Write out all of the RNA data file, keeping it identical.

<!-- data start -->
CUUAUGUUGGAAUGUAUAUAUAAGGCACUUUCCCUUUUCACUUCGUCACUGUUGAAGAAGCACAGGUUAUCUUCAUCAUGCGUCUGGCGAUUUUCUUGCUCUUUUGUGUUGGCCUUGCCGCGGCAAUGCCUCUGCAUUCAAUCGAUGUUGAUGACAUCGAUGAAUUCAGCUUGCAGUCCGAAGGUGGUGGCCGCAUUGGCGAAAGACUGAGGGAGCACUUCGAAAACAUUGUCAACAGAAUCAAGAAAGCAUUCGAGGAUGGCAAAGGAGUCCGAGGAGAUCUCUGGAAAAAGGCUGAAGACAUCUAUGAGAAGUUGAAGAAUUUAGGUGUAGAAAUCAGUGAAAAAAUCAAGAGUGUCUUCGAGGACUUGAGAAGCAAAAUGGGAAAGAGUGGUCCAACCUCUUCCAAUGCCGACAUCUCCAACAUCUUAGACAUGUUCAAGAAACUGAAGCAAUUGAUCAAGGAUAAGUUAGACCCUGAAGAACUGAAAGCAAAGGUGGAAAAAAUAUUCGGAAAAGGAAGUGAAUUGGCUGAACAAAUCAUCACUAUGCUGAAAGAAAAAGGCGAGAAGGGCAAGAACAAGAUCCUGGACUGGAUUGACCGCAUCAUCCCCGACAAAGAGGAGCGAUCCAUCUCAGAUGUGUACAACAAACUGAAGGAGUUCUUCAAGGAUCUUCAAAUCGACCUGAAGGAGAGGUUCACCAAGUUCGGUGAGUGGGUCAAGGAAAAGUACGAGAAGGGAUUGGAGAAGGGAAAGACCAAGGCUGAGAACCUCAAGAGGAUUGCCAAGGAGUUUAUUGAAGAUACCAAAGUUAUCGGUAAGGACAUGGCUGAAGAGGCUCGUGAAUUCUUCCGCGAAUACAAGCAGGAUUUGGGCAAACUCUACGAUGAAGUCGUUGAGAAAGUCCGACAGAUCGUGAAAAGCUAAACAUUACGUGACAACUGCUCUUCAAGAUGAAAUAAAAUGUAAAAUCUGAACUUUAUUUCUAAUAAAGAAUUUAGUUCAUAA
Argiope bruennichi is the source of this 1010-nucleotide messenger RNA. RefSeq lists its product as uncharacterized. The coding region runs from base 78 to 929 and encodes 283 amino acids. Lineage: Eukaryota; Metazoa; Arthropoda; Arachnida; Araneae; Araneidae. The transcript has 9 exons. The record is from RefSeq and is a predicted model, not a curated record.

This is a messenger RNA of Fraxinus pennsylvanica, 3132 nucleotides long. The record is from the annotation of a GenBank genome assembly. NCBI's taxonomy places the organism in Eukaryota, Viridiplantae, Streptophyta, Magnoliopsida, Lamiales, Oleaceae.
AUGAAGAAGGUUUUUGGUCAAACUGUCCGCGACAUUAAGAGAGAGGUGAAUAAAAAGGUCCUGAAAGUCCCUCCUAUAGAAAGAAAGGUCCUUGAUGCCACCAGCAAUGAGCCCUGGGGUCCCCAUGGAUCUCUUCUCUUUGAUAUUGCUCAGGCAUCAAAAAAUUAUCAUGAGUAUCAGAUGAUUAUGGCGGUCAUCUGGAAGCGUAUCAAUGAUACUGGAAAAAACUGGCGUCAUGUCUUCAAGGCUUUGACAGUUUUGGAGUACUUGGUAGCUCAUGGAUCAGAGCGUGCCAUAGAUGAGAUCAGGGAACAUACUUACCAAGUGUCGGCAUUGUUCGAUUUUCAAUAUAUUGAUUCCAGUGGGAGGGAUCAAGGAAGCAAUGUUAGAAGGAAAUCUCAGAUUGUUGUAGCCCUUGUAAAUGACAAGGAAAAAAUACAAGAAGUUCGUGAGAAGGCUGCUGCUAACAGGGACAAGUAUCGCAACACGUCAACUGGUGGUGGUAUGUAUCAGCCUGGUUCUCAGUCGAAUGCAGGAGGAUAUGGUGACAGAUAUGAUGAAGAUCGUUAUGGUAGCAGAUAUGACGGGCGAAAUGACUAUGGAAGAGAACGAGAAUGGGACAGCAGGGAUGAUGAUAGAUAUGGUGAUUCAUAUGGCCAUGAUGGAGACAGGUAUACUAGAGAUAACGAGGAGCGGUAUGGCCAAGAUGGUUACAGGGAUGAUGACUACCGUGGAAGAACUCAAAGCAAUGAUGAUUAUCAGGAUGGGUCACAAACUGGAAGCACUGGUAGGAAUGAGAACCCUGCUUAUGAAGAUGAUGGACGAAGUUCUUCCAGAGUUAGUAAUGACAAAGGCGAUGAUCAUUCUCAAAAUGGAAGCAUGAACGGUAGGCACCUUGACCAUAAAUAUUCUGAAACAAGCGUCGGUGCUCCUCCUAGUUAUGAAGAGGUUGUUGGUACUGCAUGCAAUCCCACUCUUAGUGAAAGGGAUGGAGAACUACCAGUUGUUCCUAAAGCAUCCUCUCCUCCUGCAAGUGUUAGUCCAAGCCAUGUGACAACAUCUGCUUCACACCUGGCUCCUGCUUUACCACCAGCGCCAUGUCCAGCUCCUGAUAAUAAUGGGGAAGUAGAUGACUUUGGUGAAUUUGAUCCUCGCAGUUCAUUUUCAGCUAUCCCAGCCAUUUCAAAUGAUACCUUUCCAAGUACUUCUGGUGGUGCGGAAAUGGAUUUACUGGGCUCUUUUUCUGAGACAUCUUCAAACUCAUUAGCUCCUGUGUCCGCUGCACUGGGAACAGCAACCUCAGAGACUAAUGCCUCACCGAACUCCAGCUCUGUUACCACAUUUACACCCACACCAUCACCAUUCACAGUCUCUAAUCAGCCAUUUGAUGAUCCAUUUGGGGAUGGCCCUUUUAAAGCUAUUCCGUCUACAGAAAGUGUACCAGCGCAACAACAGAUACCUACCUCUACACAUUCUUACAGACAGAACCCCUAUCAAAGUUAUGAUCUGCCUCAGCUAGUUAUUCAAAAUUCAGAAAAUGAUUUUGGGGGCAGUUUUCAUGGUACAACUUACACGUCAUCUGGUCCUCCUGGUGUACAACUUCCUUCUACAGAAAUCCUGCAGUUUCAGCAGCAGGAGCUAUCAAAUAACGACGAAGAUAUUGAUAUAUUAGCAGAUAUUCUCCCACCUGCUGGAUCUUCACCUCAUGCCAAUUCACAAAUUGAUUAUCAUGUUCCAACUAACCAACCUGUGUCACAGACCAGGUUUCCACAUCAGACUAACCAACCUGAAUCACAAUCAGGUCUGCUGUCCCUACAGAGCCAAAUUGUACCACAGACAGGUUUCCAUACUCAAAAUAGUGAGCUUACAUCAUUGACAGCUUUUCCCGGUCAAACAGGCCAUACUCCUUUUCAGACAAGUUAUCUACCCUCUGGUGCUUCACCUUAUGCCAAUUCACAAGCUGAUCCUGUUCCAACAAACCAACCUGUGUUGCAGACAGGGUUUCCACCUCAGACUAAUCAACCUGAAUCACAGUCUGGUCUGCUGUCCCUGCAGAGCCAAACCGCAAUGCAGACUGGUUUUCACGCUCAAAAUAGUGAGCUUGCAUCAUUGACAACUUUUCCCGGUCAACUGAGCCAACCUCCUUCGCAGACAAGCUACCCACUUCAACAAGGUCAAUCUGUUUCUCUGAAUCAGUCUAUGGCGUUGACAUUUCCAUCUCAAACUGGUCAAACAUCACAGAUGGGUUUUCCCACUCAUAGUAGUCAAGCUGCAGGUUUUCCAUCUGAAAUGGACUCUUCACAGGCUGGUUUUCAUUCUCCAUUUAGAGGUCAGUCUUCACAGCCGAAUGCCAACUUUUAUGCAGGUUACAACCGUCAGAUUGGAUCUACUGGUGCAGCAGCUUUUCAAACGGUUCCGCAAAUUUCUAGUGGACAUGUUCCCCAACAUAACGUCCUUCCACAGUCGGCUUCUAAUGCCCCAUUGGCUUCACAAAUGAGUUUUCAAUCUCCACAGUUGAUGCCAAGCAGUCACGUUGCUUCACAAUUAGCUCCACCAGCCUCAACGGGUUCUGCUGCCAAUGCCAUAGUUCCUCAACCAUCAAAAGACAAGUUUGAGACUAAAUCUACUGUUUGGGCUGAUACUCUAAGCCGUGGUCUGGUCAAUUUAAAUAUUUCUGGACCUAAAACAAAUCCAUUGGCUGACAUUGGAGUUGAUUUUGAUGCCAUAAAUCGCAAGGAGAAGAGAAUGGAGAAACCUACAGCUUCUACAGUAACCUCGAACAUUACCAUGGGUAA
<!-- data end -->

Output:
CUUAUGUUGGAAUGUAUAUAUAAGGCACUUUCCCUUUUCACUUCGUCACUGUUGAAGAAGCACAGGUUAUCUUCAUCAUGCGUCUGGCGAUUUUCUUGCUCUUUUGUGUUGGCCUUGCCGCGGCAAUGCCUCUGCAUUCAAUCGAUGUUGAUGACAUCGAUGAAUUCAGCUUGCAGUCCGAAGGUGGUGGCCGCAUUGGCGAAAGACUGAGGGAGCACUUCGAAAACAUUGUCAACAGAAUCAAGAAAGCAUUCGAGGAUGGCAAAGGAGUCCGAGGAGAUCUCUGGAAAAAGGCUGAAGACAUCUAUGAGAAGUUGAAGAAUUUAGGUGUAGAAAUCAGUGAAAAAAUCAAGAGUGUCUUCGAGGACUUGAGAAGCAAAAUGGGAAAGAGUGGUCCAACCUCUUCCAAUGCCGACAUCUCCAACAUCUUAGACAUGUUCAAGAAACUGAAGCAAUUGAUCAAGGAUAAGUUAGACCCUGAAGAACUGAAAGCAAAGGUGGAAAAAAUAUUCGGAAAAGGAAGUGAAUUGGCUGAACAAAUCAUCACUAUGCUGAAAGAAAAAGGCGAGAAGGGCAAGAACAAGAUCCUGGACUGGAUUGACCGCAUCAUCCCCGACAAAGAGGAGCGAUCCAUCUCAGAUGUGUACAACAAACUGAAGGAGUUCUUCAAGGAUCUUCAAAUCGACCUGAAGGAGAGGUUCACCAAGUUCGGUGAGUGGGUCAAGGAAAAGUACGAGAAGGGAUUGGAGAAGGGAAAGACCAAGGCUGAGAACCUCAAGAGGAUUGCCAAGGAGUUUAUUGAAGAUACCAAAGUUAUCGGUAAGGACAUGGCUGAAGAGGCUCGUGAAUUCUUCCGCGAAUACAAGCAGGAUUUGGGCAAACUCUACGAUGAAGUCGUUGAGAAAGUCCGACAGAUCGUGAAAAGCUAAACAUUACGUGACAACUGCUCUUCAAGAUGAAAUAAAAUGUAAAAUCUGAACUUUAUUUCUAAUAAAGAAUUUAGUUCAUAA
Argiope bruennichi is the source of this 1010-nucleotide messenger RNA. RefSeq lists its product as uncharacterized. The coding region runs from base 78 to 929 and encodes 283 amino acids. Lineage: Eukaryota; Metazoa; Arthropoda; Arachnida; Araneae; Araneidae. The transcript has 9 exons. The record is from RefSeq and is a predicted model, not a curated record.

This is a messenger RNA of Fraxinus pennsylvanica, 3132 nucleotides long. The record is from the annotation of a GenBank genome assembly. NCBI's taxonomy places the organism in Eukaryota, Viridiplantae, Streptophyta, Magnoliopsida, Lamiales, Oleaceae.
AUGAAGAAGGUUUUUGGUCAAACUGUCCGCGACAUUAAGAGAGAGGUGAAUAAAAAGGUCCUGAAAGUCCCUCCUAUAGAAAGAAAGGUCCUUGAUGCCACCAGCAAUGAGCCCUGGGGUCCCCAUGGAUCUCUUCUCUUUGAUAUUGCUCAGGCAUCAAAAAAUUAUCAUGAGUAUCAGAUGAUUAUGGCGGUCAUCUGGAAGCGUAUCAAUGAUACUGGAAAAAACUGGCGUCAUGUCUUCAAGGCUUUGACAGUUUUGGAGUACUUGGUAGCUCAUGGAUCAGAGCGUGCCAUAGAUGAGAUCAGGGAACAUACUUACCAAGUGUCGGCAUUGUUCGAUUUUCAAUAUAUUGAUUCCAGUGGGAGGGAUCAAGGAAGCAAUGUUAGAAGGAAAUCUCAGAUUGUUGUAGCCCUUGUAAAUGACAAGGAAAAAAUACAAGAAGUUCGUGAGAAGGCUGCUGCUAACAGGGACAAGUAUCGCAACACGUCAACUGGUGGUGGUAUGUAUCAGCCUGGUUCUCAGUCGAAUGCAGGAGGAUAUGGUGACAGAUAUGAUGAAGAUCGUUAUGGUAGCAGAUAUGACGGGCGAAAUGACUAUGGAAGAGAACGAGAAUGGGACAGCAGGGAUGAUGAUAGAUAUGGUGAUUCAUAUGGCCAUGAUGGAGACAGGUAUACUAGAGAUAACGAGGAGCGGUAUGGCCAAGAUGGUUACAGGGAUGAUGACUACCGUGGAAGAACUCAAAGCAAUGAUGAUUAUCAGGAUGGGUCACAAACUGGAAGCACUGGUAGGAAUGAGAACCCUGCUUAUGAAGAUGAUGGACGAAGUUCUUCCAGAGUUAGUAAUGACAAAGGCGAUGAUCAUUCUCAAAAUGGAAGCAUGAACGGUAGGCACCUUGACCAUAAAUAUUCUGAAACAAGCGUCGGUGCUCCUCCUAGUUAUGAAGAGGUUGUUGGUACUGCAUGCAAUCCCACUCUUAGUGAAAGGGAUGGAGAACUACCAGUUGUUCCUAAAGCAUCCUCUCCUCCUGCAAGUGUUAGUCCAAGCCAUGUGACAACAUCUGCUUCACACCUGGCUCCUGCUUUACCACCAGCGCCAUGUCCAGCUCCUGAUAAUAAUGGGGAAGUAGAUGACUUUGGUGAAUUUGAUCCUCGCAGUUCAUUUUCAGCUAUCCCAGCCAUUUCAAAUGAUACCUUUCCAAGUACUUCUGGUGGUGCGGAAAUGGAUUUACUGGGCUCUUUUUCUGAGACAUCUUCAAACUCAUUAGCUCCUGUGUCCGCUGCACUGGGAACAGCAACCUCAGAGACUAAUGCCUCACCGAACUCCAGCUCUGUUACCACAUUUACACCCACACCAUCACCAUUCACAGUCUCUAAUCAGCCAUUUGAUGAUCCAUUUGGGGAUGGCCCUUUUAAAGCUAUUCCGUCUACAGAAAGUGUACCAGCGCAACAACAGAUACCUACCUCUACACAUUCUUACAGACAGAACCCCUAUCAAAGUUAUGAUCUGCCUCAGCUAGUUAUUCAAAAUUCAGAAAAUGAUUUUGGGGGCAGUUUUCAUGGUACAACUUACACGUCAUCUGGUCCUCCUGGUGUACAACUUCCUUCUACAGAAAUCCUGCAGUUUCAGCAGCAGGAGCUAUCAAAUAACGACGAAGAUAUUGAUAUAUUAGCAGAUAUUCUCCCACCUGCUGGAUCUUCACCUCAUGCCAAUUCACAAAUUGAUUAUCAUGUUCCAACUAACCAACCUGUGUCACAGACCAGGUUUCCACAUCAGACUAACCAACCUGAAUCACAAUCAGGUCUGCUGUCCCUACAGAGCCAAAUUGUACCACAGACAGGUUUCCAUACUCAAAAUAGUGAGCUUACAUCAUUGACAGCUUUUCCCGGUCAAACAGGCCAUACUCCUUUUCAGACAAGUUAUCUACCCUCUGGUGCUUCACCUUAUGCCAAUUCACAAGCUGAUCCUGUUCCAACAAACCAACCUGUGUUGCAGACAGGGUUUCCACCUCAGACUAAUCAACCUGAAUCACAGUCUGGUCUGCUGUCCCUGCAGAGCCAAACCGCAAUGCAGACUGGUUUUCACGCUCAAAAUAGUGAGCUUGCAUCAUUGACAACUUUUCCCGGUCAACUGAGCCAACCUCCUUCGCAGACAAGCUACCCACUUCAACAAGGUCAAUCUGUUUCUCUGAAUCAGUCUAUGGCGUUGACAUUUCCAUCUCAAACUGGUCAAACAUCACAGAUGGGUUUUCCCACUCAUAGUAGUCAAGCUGCAGGUUUUCCAUCUGAAAUGGACUCUUCACAGGCUGGUUUUCAUUCUCCAUUUAGAGGUCAGUCUUCACAGCCGAAUGCCAACUUUUAUGCAGGUUACAACCGUCAGAUUGGAUCUACUGGUGCAGCAGCUUUUCAAACGGUUCCGCAAAUUUCUAGUGGACAUGUUCCCCAACAUAACGUCCUUCCACAGUCGGCUUCUAAUGCCCCAUUGGCUUCACAAAUGAGUUUUCAAUCUCCACAGUUGAUGCCAAGCAGUCACGUUGCUUCACAAUUAGCUCCACCAGCCUCAACGGGUUCUGCUGCCAAUGCCAUAGUUCCUCAACCAUCAAAAGACAAGUUUGAGACUAAAUCUACUGUUUGGGCUGAUACUCUAAGCCGUGGUCUGGUCAAUUUAAAUAUUUCUGGACCUAAAACAAAUCCAUUGGCUGACAUUGGAGUUGAUUUUGAUGCCAUAAAUCGCAAGGAGAAGAGAAUGGAGAAACCUACAGCUUCUACAGUAACCUCGAACAUUACCAUGGGUAA